The hard plastic chairs squeak against the linoleum as Alec and I sit down. All around us other couples are scattered in quiet pairs across the room, feet tapping impatiently and fingers laced together. I chuckle at a poster lauding Alexander Hamilton as an esteemed immigrant—the United States didn’t exist as a country when he was born.
We’re early for the appointment, but only a few minutes pass before a young-looking woman calls our name. As we follow her to the interview room, I remind myself to act normally. What is normal, anyway? Would I normally touch Alec’s shoulder like this? Would I normally put my hand on his knee and giggle like a pubescent teen? I know I’m overthinking it; I just don’t want to make any wrong move.
The interviewer is nice enough. She asks us first for identification, then eases into basic questions. “So where did you meet?” moves into “How long before you started dating?” and eventually we reach “Tell me about your wedding.”
We offer up a binder’s worth of evidence: engagement photos, love letters, wedding receipts, insurance documents, even bank statements. She politely glances through the enormous stack and verifies that our financial information’s been reviewed. Finally she tells us that the green card should arrive in a few weeks’ time, but the application has been approved.
Alec is officially a permanent resident.
The whole process took us no longer than ten minutes. We were released before our actual appointment slot had even begun. We could have turned around and driven the three hours straight back to Nashville, but it seemed a waste.
So we ventured into downtown Memphis!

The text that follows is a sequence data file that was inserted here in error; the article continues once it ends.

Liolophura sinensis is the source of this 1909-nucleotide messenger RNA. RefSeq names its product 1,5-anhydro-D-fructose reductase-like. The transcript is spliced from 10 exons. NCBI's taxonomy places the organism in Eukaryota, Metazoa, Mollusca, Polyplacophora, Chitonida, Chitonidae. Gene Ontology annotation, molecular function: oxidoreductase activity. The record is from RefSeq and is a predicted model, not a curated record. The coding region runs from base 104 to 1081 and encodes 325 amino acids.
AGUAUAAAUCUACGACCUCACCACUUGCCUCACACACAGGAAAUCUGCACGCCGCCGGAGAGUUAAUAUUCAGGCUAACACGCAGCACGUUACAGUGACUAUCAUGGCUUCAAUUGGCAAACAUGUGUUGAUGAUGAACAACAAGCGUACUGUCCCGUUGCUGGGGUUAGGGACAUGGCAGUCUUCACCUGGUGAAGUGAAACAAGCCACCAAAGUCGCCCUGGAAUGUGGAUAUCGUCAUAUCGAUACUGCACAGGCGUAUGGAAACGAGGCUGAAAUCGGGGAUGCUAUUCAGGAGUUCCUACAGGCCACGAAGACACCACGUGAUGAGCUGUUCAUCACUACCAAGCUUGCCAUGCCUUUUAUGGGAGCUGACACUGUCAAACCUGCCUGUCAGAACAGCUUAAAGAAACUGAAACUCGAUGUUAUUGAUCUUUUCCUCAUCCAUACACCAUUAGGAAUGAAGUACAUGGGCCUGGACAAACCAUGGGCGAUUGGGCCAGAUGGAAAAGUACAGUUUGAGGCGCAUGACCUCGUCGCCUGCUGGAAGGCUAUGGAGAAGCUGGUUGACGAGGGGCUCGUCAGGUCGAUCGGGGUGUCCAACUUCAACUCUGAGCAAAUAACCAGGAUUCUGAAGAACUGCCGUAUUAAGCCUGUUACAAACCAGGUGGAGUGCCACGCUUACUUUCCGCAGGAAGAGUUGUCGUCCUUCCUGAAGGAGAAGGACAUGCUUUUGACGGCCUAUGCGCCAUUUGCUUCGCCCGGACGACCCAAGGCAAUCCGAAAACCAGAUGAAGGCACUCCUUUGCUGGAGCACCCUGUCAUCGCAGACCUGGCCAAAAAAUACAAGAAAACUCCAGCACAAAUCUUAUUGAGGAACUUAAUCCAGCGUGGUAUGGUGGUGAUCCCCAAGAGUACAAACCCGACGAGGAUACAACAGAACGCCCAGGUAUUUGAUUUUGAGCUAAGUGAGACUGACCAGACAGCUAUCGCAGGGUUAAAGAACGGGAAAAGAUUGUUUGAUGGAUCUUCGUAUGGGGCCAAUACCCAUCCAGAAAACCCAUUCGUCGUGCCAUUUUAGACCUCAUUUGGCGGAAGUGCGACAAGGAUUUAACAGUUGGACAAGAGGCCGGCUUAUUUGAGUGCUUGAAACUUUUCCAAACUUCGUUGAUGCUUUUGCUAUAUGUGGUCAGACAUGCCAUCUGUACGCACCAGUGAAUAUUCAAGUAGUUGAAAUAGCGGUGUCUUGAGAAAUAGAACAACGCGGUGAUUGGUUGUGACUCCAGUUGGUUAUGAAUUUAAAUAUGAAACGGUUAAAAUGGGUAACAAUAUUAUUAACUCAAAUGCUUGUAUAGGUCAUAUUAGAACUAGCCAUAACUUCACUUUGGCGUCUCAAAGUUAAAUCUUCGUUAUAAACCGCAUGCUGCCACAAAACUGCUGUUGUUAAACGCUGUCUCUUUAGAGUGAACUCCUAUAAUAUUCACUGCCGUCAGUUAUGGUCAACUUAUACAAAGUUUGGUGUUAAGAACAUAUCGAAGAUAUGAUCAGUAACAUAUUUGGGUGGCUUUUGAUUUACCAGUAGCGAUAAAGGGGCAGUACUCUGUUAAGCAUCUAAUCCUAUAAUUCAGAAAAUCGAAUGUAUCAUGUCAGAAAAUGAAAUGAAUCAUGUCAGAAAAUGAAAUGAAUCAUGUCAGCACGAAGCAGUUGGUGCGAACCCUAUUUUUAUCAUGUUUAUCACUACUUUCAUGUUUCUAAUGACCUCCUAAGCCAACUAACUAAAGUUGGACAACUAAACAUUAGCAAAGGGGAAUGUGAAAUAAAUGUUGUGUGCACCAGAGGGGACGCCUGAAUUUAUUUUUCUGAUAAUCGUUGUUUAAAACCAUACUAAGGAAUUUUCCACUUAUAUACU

Memphis has its rough edges, and in many ways the city feels sleepy. Yet it boasts plenty of attractions for an action-packed day trip—a whole weekend may be perfect.
The Lorraine Motel
Where Dr. Martin Luther King, Jr. was shot and killed. Alec and I opted out of the expensive civil rights museum ($15/adult) to simply walk around outside, reading the plaques and soaking in the reverent atmosphere. Worth a visit even if you aren’t paying for the museum.
The towering trees, brick sidewalks, and outdoor cafe seating returned me to a picturesque Paris boulevard. Alec agreed that this pedestrianized road felt very European. We enjoyed strolling down it and watching people run their errands. Lots of enticing hotels and restaurants here!
Miss Polly’s Soul City Cafe on Beale Street
We nearly ate lunch at Hard Rock Cafe, in part because we were nervous trying something else and in part because we were too lazy to keep looking. But after a little nudging, I admitted to Alec that I’d seen a menu on Beale Street that seemed interesting. We decided to take the plunge at Miss Polly’s, and boy was it worth every second. We each ordered the basic chicken and waffles meal. Good price, good food, good service. The cafe just drips with Southern comfort and soul.
After lunch, we decided to head home. It had been a long and satisfying morning out. Not only did my husband get his permanent residency granted, but we also experienced a small corner of the world that we had never seen before.